Animal Life news stories
Unleash the long-gone beasts. We won’t see a woolly mammoth in 2017, but a host of schemes to bring animals back from the brink of extinction will kick in next year.
Genetic and stem cell technologies are on the cusp of letting us clone even infertile endangered animals when intact DNA is available. And some extinct species could be brought back by tweaking the genome of a living close relative. It should also be possible to engineer lost traits into a population.
The Anthropocene—a proposed new geological era defined by human domination of the planet—will be marked by the loss of two-thirds of wildlife on Earth. Just let that settle in a minute.
Giant piles of black manure towering over cornfields, while rancid-smelling effluent from thousands of cows spills onto the land—this is the price of a glass of milk in China today.
Large-scale dairy farms have boomed in the Asian giant, as its near 1.4 billion consumers overcame centuries of cultural reluctance to embrace the white fluid.
Related: Despite Pledges To Cut Back, Farms Are Still Using Antibiotics
Related: Consumers fuelling demand for high-protein products unlikely to see any benefits as people already eat more protein than they need, say dietitians
A tiny organism at the base of the food chain, but vital for life to exist on Earth, is under threat, according to data collected by a NASA satellite that has been firing a laser into the ocean for a decade.
“We are about to reach the point where more antibiotics will be consumed by farm animals worldwide than by humans,” says Mark Woolhouse, at the University of Edinburgh, UK.
This will mean more resistant bacteria, which could be a big threat
Related: Antibiotic cream could prevent Lyme disease: research
Why does sex exist when organisms that clone themselves use less time and energy, and do not need a mate to produce offspring? Researchers at the University of Stirling aiming to answer this age-old question have discovered that sex can help the next generation resist infection.
Following up on their earlier revelation that blobs of slime mold possess previously unsuspected learning capacities, a group of French scientists now go on to show how readily blobs share what they learn with one another.
As a species we’re so brain-proud it doesn’t occur to most of us to ask whether a big brain has disadvantages as well as cognitive benefits.
“We can think of tons of benefits to a larger brain, but the other side of that is brain tissue is incredibly ‘expensive’ and increasing brain size comes at a heavy cost,” said Kimberley V. Sukhum, a graduate student in biology in Arts & Sciences at Washington University in St. Louis.
Mexican authorities and scientists are trying to save the world’s smallest porpoise by capturing illegal “ghost” fishing nets.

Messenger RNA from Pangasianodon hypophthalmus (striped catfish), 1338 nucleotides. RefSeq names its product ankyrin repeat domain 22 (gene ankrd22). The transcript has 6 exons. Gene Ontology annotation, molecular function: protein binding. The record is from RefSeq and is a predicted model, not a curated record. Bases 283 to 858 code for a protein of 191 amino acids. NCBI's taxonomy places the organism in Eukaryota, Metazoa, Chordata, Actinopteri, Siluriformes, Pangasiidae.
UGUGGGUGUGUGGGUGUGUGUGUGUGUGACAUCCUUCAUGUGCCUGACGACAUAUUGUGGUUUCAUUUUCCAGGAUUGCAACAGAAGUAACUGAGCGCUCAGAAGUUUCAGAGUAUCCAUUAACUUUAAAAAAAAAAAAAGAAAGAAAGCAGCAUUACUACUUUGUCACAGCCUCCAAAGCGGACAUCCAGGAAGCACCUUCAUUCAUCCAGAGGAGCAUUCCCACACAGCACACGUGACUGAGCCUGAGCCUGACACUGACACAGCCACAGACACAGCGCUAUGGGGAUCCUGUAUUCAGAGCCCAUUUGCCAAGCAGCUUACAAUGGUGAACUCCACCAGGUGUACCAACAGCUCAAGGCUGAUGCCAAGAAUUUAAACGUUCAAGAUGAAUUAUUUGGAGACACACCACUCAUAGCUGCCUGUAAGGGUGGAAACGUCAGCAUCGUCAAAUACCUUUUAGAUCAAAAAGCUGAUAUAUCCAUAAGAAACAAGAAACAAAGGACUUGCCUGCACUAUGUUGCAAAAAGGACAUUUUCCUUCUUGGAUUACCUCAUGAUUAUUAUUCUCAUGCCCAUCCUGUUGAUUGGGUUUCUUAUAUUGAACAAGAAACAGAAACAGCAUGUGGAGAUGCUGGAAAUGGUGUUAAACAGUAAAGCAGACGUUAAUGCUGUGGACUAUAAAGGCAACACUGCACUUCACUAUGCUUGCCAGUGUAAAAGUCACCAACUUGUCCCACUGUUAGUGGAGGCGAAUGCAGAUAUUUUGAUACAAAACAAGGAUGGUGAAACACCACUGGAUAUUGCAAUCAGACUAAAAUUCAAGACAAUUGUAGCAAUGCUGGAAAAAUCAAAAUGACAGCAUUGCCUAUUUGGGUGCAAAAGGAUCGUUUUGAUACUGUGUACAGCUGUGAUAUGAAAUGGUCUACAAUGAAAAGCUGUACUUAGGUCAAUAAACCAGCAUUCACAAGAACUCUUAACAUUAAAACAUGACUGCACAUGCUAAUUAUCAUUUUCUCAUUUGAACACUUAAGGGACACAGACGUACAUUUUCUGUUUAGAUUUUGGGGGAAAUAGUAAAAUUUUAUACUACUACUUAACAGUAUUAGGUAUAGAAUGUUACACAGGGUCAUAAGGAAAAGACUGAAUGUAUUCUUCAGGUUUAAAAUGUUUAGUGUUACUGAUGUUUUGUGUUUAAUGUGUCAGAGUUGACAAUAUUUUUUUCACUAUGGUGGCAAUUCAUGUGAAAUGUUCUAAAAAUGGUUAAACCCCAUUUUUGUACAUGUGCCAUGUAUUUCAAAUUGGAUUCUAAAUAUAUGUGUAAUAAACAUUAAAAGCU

They have managed to remove more than 100 dumped or lost nets left floating in the sea from October to December.
When is an orchid not an orchid? When it’s a female orchid praying mantis, a Southeast Asian insect that masquerades as a flower to attract prey.
With petal-like legs and a yellow or whitish pink color, females share little resemblance to males, which are about half the size and sport a dull, greenish brown color.
Several clades of spiders whose females evolved giant sizes are known for extreme sexual behaviors such as sexual cannibalism, opportunistic mating, mate-binding, genital mutilation, plugging, and emasculation
A spider bearing an “uncanny” resemblance to the sorting hat in the Harry Potter series has been discovered by scientists in India.
Related: Rainbow Snake, Klingon Newt Among 163 Newfound Species
The song and behaviour of the UK’s favourite bird is being affected by light and noise pollution.
That is according to research from Southampton University, which revealed how robins are affected by night-time lighting and road noise in a city park.
Related: Study: There Are Twice as Many Bird Species as Previously Estimated
If Santa is recruiting helpers to haul Christmas presents around the world this year he had better take a few extra, said researchers Monday who warned that reindeer are shrinking.
Over the past 16 years, the weight of adult reindeer in Svalbard in the Norwegian Arctic has dropped by 12 percent
Research Fellow Monamie RINGHOFER and Associate Professor Shinya YAMAMOTO (Kobe University Graduate School of Intercultural Studies) have proved that when horses face unsolvable problems they use visual and tactile signals to get human attention and ask for help. The study also suggests that horses alter their communicative behavior based on humans’ knowledge of the situation.
Tibetan mastiffs thrive where most dogs and people can’t: in the thin, frigid mountain air above 4000 meters. A new study suggests they acquired this talent by interbreeding with gray wolves that already ranged to such heights more than 20,000 years ago. Intriguingly, Tibetan people received their high-altitude fitness via the same mechanism—by interbreeding with now extinct humans known as Denisovans.
Any pet owner will tell you that their animal companions comfort and sustain them when life gets rough. This may be especially true for people with serious mental illness, a study finds. When people with schizophrenia or bipolar disorder were asked who or what helped them manage the condition, many said it was pets that helped the most.